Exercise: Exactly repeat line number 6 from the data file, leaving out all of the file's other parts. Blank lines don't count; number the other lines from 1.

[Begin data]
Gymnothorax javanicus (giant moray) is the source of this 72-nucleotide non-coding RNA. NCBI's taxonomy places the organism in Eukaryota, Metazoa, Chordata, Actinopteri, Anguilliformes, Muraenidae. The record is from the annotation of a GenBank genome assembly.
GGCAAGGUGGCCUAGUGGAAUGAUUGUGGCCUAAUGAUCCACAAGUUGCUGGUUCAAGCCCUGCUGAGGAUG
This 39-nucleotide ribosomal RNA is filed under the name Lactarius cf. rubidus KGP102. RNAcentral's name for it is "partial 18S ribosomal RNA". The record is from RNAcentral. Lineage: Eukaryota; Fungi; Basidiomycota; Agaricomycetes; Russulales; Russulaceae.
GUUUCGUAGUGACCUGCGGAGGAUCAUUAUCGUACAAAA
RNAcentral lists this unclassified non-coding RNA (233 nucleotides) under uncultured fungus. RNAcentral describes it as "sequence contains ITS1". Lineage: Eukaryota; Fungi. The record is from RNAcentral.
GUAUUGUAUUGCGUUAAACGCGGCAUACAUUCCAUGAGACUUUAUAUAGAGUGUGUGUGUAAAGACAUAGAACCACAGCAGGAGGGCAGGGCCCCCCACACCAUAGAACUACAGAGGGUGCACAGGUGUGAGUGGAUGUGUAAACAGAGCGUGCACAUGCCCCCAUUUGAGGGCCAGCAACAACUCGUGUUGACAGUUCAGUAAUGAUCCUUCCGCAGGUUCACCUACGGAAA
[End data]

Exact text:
GUAUUGUAUUGCGUUAAACGCGGCAUACAUUCCAUGAGACUUUAUAUAGAGUGUGUGUGUAAAGACAUAGAACCACAGCAGGAGGGCAGGGCCCCCCACACCAUAGAACUACAGAGGGUGCACAGGUGUGAGUGGAUGUGUAAACAGAGCGUGCACAUGCCCCCAUUUGAGGGCCAGCAACAACUCGUGUUGACAGUUCAGUAAUGAUCCUUCCGCAGGUUCACCUACGGAAA